Background: Members of the Notch family of receptors mediate a process known as lateral inhibition that plays a prominent role in the suppression of cell fates during development. This function is triggered by a ligand, Delta, and is implemented by the release of the intracellular domain of Notch from the membrane and by its interaction with the protein Suppressor of Hairless [Su(H)] in the nucleus. There is evidence that Notch can also signal independently of Su(H). In particular, in Drosophila, there is evidence that a Su(H)-independent activity of Notch is associated with Wingless signaling.
Results: We report that Ubx(VM)B, a visceral mesoderm-specific enhancer of the Ubx gene of Drosophila, is sensitive to Notch signaling. In the absence of Notch, but not of Su(H), the enhancer becomes activated earlier and over a wider domain than in the wild type. Furthermore, the removal of Notch reduces the requirement for Disheveled-mediated Wingless signaling to activate this enhancer. This response to Notch is likely to be mediated by the dTcf binding sites in the Ubx(VM)B enhancer.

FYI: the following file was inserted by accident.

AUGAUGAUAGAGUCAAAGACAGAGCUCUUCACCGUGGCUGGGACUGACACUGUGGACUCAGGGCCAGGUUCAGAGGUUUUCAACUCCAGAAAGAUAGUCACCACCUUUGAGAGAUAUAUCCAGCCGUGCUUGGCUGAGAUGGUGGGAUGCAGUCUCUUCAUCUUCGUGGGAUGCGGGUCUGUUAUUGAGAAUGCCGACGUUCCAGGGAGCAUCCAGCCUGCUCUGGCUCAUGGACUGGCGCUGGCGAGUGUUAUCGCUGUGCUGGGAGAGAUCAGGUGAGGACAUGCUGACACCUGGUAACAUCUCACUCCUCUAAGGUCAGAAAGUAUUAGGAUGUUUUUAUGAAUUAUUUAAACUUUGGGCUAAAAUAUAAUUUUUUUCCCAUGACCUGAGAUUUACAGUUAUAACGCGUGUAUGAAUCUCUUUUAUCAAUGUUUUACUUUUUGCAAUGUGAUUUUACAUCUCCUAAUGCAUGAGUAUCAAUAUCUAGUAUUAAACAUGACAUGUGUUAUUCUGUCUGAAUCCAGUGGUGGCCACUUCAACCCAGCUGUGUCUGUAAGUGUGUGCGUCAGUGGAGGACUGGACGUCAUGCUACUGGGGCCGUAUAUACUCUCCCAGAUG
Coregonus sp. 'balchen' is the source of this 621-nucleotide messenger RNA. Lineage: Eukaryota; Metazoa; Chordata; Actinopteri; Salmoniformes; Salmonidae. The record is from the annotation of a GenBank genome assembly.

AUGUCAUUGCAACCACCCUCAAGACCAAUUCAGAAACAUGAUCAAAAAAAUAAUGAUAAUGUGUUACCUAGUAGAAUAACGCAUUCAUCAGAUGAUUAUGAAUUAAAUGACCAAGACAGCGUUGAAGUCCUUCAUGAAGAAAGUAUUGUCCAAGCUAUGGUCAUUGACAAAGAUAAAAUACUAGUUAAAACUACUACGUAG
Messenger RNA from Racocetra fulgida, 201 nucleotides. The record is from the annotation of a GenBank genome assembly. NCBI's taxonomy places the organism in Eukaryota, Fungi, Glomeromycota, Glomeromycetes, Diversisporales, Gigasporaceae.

Conclusions: Our results show that, in Drosophila, an activity of Notch that is likely to be independent of Su(H) inhibits Wingless signaling on Ubx(VM)B. A possible target of this activity is dTcf. As dTcf has been shown to be capable of repressing Wingless targets, our results suggest that this repressive activity may be regulated by Notch. Finally, we suggest that Wingless signaling is composed of two steps, a down-regulation of a Su(H)-independent Notch activity that modulates the activity of dTcf and a canonical Wingless signaling event that regulates the activity of Armadillo and its interaction with dTcf.